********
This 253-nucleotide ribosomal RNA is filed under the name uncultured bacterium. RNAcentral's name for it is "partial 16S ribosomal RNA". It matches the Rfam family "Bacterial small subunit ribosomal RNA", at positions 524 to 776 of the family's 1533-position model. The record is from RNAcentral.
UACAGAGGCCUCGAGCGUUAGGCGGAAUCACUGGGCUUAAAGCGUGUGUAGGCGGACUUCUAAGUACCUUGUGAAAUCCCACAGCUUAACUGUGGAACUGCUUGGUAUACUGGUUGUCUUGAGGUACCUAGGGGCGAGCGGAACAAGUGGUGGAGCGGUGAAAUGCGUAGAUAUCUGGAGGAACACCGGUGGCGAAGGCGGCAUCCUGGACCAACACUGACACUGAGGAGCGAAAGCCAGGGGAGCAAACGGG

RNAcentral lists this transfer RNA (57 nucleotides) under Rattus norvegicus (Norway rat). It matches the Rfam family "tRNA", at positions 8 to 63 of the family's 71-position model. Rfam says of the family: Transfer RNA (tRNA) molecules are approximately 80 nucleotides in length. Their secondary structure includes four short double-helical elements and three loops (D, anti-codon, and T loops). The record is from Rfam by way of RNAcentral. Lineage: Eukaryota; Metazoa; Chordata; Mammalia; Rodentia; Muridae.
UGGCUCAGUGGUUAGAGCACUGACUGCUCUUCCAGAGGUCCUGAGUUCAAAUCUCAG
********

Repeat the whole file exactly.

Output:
This 253-nucleotide ribosomal RNA is filed under the name uncultured bacterium. RNAcentral's name for it is "partial 16S ribosomal RNA". It matches the Rfam family "Bacterial small subunit ribosomal RNA", at positions 524 to 776 of the family's 1533-position model. The record is from RNAcentral.
UACAGAGGCCUCGAGCGUUAGGCGGAAUCACUGGGCUUAAAGCGUGUGUAGGCGGACUUCUAAGUACCUUGUGAAAUCCCACAGCUUAACUGUGGAACUGCUUGGUAUACUGGUUGUCUUGAGGUACCUAGGGGCGAGCGGAACAAGUGGUGGAGCGGUGAAAUGCGUAGAUAUCUGGAGGAACACCGGUGGCGAAGGCGGCAUCCUGGACCAACACUGACACUGAGGAGCGAAAGCCAGGGGAGCAAACGGG

RNAcentral lists this transfer RNA (57 nucleotides) under Rattus norvegicus (Norway rat). It matches the Rfam family "tRNA", at positions 8 to 63 of the family's 71-position model. Rfam says of the family: Transfer RNA (tRNA) molecules are approximately 80 nucleotides in length. Their secondary structure includes four short double-helical elements and three loops (D, anti-codon, and T loops). The record is from Rfam by way of RNAcentral. Lineage: Eukaryota; Metazoa; Chordata; Mammalia; Rodentia; Muridae.
UGGCUCAGUGGUUAGAGCACUGACUGCUCUUCCAGAGGUCCUGAGUUCAAAUCUCAG